The 29-year-old outfielder’s modest total of four stolen bases was also good enough to match Matt Joyce for third-best on the club, and his 2.5 wins above replacement (WAR) were fourth-best. Off the field, Davis was nearly as vital to the team as he was on it, becoming one of the young team’s veteran voices and leaders by example, according to manager Bob Melvin.
Having logged just over four years of MLB service time, Davis is arbitration eligible this offseason meaning if he and the A’s cannot reach agreeable terms by mid-January, his contract for the 2018 season will be decided by an arbitration panel. So, it is possible that Oakland will be made to pay Davis somewhere in the vicinity of the $18.7 million Edwin Encarnacion is owed by Cleveland.
Though they have not said so publicly, the A’s will likely pursue a long-term deal with their slugger, the second in franchise history to record back-to-back 40-homer seasons and only player with 40-plus bombs and 100-plus RBIs in the past two seasons.
If the two sides cannot reach such a deal, the arbitration hearing could get messy. But general manager David Forst said, in his end-of-the-season press conference, he is not worried about that:
“If it is, it is. Khris is valuable. I don’t think you can overstate the impact he has on the rest of the lineup and those guys being able to rely on him to take the heat off of them.”
Among “those guys” hitting around Davis will be Joyce, who bounced back from a .191/.287/.348 slash through the season’s first two months with a .265/.355/.527 the rest of way leading to the team’s sixth-best WAR (1.7). The 33-year-old 10-year veteran posted career-highs in home runs (25), doubles (33) and runs scored (78).
Melvin, Forst and the A’s will expect something closer to Joyce’s .355 post-May on-base percentage (OBP), supplanting a middle of the order that, including Davis, slugged 92 home runs in 371 combined games played. They will also look for more of the stellar defense he provided in his first year with the club.
Center field is a much more fluid position heading into the offseason.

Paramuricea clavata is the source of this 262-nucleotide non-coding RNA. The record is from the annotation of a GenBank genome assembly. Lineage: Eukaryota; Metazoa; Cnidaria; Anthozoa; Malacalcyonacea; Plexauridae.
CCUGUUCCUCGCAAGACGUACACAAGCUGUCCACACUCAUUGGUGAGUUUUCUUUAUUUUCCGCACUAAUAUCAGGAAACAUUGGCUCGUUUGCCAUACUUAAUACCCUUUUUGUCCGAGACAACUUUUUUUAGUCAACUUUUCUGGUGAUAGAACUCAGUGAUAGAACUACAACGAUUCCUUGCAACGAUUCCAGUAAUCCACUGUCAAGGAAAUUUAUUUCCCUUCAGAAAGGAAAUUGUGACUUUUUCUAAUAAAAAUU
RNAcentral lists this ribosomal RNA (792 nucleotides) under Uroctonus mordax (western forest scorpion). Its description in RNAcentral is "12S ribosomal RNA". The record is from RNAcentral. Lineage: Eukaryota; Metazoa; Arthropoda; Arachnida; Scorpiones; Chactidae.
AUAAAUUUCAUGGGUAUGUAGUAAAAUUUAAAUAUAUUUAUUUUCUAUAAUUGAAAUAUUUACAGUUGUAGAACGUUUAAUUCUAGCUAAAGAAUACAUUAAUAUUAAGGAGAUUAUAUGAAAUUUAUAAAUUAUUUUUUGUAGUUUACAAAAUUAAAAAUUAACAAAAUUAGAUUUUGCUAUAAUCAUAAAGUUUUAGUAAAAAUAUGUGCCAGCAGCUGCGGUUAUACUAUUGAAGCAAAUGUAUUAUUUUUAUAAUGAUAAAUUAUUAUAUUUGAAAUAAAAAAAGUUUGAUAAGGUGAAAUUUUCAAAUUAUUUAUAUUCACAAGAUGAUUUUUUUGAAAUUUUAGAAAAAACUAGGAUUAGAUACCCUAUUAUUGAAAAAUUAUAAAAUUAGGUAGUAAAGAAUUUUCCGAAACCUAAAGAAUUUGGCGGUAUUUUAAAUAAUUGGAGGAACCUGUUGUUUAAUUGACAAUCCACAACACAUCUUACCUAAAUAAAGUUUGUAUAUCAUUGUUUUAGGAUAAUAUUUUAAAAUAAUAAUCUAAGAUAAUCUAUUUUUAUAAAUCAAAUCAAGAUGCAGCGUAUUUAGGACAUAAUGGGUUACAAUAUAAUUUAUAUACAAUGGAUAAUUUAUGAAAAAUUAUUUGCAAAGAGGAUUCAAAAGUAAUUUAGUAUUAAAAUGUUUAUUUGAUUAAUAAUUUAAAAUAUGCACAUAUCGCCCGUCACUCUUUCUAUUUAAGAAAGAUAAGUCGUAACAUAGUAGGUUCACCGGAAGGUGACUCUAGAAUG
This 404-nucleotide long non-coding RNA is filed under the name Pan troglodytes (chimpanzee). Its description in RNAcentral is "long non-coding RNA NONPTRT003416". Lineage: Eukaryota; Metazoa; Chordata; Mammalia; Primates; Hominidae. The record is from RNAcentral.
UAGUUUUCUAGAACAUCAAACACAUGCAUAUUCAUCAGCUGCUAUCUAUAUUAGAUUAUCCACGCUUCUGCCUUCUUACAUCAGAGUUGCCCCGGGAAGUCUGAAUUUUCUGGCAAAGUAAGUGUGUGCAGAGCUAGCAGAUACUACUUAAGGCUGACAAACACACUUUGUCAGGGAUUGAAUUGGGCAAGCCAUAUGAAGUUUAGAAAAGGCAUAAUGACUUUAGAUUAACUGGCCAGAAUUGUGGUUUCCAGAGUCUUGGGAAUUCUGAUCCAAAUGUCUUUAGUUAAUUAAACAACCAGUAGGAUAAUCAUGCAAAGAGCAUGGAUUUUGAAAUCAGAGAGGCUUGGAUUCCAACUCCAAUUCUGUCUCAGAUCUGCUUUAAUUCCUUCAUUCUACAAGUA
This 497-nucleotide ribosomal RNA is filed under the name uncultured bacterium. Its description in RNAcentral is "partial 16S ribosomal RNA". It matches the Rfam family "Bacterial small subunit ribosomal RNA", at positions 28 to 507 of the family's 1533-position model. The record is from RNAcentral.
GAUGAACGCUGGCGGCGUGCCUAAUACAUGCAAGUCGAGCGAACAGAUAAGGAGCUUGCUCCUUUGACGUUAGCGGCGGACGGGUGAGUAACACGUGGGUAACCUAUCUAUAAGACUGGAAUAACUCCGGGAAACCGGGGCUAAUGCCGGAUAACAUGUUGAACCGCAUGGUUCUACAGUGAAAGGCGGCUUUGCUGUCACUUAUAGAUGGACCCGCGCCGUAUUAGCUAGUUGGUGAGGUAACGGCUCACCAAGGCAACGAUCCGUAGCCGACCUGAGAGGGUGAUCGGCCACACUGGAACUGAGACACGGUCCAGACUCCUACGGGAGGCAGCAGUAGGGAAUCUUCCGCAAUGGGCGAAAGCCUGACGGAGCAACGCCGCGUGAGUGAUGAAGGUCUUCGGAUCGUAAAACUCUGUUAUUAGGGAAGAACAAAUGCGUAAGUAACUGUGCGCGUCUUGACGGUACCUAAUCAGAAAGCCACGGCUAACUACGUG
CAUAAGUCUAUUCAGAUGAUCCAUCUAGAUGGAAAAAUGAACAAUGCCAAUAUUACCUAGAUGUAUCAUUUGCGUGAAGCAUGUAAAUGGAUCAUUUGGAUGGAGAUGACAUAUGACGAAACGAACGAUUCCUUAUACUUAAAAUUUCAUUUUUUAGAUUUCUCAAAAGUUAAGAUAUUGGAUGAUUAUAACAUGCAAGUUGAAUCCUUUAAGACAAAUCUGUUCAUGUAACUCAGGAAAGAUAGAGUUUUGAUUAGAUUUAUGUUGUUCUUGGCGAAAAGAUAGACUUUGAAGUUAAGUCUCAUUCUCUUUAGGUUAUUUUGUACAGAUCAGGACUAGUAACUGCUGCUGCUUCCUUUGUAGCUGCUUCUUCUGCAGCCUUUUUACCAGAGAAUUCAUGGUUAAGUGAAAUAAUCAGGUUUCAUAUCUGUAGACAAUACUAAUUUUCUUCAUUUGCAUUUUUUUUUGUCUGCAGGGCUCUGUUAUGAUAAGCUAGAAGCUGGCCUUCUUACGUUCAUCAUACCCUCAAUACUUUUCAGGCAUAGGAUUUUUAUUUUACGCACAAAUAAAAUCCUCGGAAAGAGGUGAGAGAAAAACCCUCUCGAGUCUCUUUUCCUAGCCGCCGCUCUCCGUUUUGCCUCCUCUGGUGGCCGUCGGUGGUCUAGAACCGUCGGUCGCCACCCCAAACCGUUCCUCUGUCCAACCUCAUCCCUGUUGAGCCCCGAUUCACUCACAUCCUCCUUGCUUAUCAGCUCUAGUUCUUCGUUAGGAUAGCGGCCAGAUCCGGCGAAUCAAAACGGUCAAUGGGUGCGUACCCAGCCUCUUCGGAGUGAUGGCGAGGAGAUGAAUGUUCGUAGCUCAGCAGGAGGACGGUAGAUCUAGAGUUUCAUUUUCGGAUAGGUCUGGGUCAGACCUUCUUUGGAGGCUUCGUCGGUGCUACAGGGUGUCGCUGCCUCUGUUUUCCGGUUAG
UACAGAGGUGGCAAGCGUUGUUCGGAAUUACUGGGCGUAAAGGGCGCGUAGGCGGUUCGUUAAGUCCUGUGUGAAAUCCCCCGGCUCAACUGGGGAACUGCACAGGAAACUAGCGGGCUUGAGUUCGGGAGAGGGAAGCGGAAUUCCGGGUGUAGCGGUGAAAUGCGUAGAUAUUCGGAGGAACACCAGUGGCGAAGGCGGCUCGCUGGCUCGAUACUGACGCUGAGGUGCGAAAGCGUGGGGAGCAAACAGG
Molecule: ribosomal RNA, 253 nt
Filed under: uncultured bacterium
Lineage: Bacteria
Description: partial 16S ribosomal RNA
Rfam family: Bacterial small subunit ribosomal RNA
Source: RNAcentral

Early expectations have rookie Dustin Fowler, acquired from the Yankees in exchange for Sonny Gray, falling into the Opening Day starting spot. Melvin said he is excited to see Fowler’s collection of tools upon his return from knee surgery:
“We really like Dustin Fowler. We’ll see where his health is at the beginning of camp because when you make a trade like that — you trade a Sonny Gray — you need to get some guys back and this is a guy we’re targeting to be our center fielder.”
When healthy, Fowler has been an explosive offensive talent, boasting a .282/.315/.450 in 421 career minor league games, including a .293/.329/.542 in 70 games at the Triple-A level in 2017. He has also homered 39 times, driving in 251 runs, scoring 221 and stealing 74 bags as a minor leaguer — 15, 97, 85 and 28 per 162 games played.
The 22-year-old also grades out as an above-average defender, boasting excellent range to go with his base-stealing speed and above-average arm.
As far as bench depth is concerned, the A’s find themselves in a better position than they did a year ago. Jake Smolinski returned to action from shoulder surgery a bit early last season, and has proven to be a more-than-capable fourth outfielder at all three positions — he could find himself in a platoon role with Joyce in right field.
Boog Powell, who made his Oakland debut in 2017 after being drafted by the A’s in 2012 and spending the past three years bouncing from the Tampa Bay Rays to the Seattle Mariners and back to the Bay.
Powell, who has garnered comparisons, more defensively than offensively, to Yankee center fielder Brett Gardner, slashed .321/.380/.494 in 29 games with the A’s. Because of those productive numbers, Melvin would have no problem penciling the 24-year-old into any outfield position, even for extended stretches.
Super-utility man Chad Pinder will also see some time in the outfield, primarily in right — anything to get his nearly-30 home runs per 162 games played into the lineup.
All things considered, the A’s outfield will see little change this offseason. Much of the changes needed were handled with in-season trades of Gray and lone All-Star Yonder Alonso (for Powell). In fact, with Powell, Pinder, Mark Canha and Jaycob Brugman each making cases for playing time in the Oakland outfield, this is a portion of the roster from which the A’s could trade to bolster other weak spots — most notably the bullpen.
But, don’t expect to see Davis traded. After all, as the skipper put it, the left fielder is not only integral to the leadership of this young team, he is a generational talent that belongs in the heart of the Oakland order:
“You’re talking about Jimmie Foxx and Khris Davis in organizational history. That’s with guys like (Mark) McGwire and Reggie Jackson and Jose Canseco, it’s pretty impressive numbers that he put up, and to be able to do it again the next year shows you that he’s in a pretty good place.”